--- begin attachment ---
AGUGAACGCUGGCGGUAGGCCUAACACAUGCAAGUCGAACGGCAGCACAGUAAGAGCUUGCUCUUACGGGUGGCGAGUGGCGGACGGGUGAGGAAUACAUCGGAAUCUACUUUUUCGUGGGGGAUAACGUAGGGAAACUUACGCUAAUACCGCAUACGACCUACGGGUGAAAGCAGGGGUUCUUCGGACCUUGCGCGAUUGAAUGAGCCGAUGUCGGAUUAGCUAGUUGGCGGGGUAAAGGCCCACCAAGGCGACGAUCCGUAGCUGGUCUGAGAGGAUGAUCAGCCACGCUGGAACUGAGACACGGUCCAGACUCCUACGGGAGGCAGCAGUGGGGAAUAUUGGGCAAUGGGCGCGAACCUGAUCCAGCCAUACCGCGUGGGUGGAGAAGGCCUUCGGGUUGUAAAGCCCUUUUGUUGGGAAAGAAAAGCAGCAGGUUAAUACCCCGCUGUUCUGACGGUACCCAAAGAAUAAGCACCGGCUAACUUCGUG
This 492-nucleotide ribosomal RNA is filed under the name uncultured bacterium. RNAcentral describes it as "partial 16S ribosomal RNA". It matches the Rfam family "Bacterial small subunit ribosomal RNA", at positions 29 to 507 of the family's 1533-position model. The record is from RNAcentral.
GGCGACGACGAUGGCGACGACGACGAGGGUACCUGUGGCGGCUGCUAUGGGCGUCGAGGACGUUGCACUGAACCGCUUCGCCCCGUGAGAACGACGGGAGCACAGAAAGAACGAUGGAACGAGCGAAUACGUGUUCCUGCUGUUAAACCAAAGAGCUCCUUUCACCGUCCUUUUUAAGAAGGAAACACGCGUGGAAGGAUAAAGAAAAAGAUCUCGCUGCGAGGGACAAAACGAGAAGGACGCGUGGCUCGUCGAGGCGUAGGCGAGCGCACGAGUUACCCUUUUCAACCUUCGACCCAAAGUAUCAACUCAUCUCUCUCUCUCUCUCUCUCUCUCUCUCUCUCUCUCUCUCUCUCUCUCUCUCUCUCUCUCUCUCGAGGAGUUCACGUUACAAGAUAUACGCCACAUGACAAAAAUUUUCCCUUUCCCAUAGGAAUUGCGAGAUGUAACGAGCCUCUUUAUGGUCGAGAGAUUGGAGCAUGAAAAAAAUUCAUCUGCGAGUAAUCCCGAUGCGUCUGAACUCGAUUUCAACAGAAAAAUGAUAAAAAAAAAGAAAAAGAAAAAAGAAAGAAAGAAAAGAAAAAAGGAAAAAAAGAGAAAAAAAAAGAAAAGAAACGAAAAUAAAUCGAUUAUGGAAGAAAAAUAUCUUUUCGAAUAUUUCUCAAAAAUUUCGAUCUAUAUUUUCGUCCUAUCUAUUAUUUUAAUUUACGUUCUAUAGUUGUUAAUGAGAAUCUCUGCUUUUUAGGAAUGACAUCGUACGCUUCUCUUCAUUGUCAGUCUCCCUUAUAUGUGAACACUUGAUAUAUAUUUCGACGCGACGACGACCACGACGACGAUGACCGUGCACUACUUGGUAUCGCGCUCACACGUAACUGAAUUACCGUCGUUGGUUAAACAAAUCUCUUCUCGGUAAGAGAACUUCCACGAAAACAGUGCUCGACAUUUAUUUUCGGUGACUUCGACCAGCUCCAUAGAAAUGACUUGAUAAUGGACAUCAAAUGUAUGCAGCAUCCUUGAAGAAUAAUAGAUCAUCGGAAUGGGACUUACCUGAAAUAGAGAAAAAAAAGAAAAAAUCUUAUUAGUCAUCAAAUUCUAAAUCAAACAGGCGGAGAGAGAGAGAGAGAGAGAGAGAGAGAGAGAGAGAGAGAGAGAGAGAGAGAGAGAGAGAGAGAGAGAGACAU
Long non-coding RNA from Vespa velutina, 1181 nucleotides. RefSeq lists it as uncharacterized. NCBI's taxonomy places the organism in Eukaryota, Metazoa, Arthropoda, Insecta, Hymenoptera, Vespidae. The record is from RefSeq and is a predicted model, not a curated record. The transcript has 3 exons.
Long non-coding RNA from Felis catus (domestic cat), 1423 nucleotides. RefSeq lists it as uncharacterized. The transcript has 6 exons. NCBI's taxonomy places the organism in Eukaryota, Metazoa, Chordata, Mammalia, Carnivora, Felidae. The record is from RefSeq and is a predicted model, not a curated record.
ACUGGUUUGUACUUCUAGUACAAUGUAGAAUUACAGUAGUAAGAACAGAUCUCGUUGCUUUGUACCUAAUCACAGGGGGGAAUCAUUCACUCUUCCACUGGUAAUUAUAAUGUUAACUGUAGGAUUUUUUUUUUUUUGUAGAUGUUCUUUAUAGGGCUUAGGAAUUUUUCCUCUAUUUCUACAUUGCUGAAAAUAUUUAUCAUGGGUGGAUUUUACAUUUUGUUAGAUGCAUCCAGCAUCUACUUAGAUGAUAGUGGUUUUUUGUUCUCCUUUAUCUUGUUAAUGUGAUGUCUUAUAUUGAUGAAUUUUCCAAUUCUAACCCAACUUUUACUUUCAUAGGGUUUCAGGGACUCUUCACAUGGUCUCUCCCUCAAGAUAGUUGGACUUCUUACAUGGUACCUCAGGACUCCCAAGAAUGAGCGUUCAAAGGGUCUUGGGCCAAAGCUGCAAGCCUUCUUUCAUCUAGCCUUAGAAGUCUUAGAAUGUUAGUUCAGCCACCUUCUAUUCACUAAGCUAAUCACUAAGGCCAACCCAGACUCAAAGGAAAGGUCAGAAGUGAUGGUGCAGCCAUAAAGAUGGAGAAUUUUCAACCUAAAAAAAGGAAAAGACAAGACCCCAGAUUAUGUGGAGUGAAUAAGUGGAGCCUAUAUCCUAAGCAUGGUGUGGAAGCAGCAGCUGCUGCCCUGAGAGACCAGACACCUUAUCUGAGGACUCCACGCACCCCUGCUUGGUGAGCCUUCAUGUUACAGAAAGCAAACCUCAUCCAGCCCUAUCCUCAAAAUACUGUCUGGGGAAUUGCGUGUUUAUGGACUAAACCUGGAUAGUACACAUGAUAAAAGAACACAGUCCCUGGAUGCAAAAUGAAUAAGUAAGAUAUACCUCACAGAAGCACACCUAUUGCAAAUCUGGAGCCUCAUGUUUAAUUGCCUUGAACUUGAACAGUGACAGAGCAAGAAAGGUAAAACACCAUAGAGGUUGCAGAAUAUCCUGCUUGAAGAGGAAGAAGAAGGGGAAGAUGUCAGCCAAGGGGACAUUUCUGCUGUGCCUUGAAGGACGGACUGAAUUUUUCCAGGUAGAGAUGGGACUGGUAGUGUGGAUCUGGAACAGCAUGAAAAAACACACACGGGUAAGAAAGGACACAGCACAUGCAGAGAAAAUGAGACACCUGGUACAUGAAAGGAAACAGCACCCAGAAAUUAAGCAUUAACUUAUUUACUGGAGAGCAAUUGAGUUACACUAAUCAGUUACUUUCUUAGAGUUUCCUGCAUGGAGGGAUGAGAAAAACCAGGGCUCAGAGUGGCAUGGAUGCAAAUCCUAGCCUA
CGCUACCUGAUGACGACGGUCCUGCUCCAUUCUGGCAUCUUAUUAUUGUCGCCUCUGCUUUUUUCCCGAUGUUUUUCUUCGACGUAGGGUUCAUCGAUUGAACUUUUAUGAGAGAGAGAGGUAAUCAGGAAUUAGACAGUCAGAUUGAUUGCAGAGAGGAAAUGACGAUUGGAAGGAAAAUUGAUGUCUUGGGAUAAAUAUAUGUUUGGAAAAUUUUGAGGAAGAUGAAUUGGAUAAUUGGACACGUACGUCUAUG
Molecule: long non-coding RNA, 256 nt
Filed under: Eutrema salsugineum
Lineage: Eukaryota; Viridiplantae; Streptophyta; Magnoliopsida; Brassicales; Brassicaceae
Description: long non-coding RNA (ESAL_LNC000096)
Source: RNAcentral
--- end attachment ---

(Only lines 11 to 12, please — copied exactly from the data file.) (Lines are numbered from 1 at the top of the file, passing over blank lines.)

Description: long non-coding RNA (ESAL_LNC000096)
Source: RNAcentral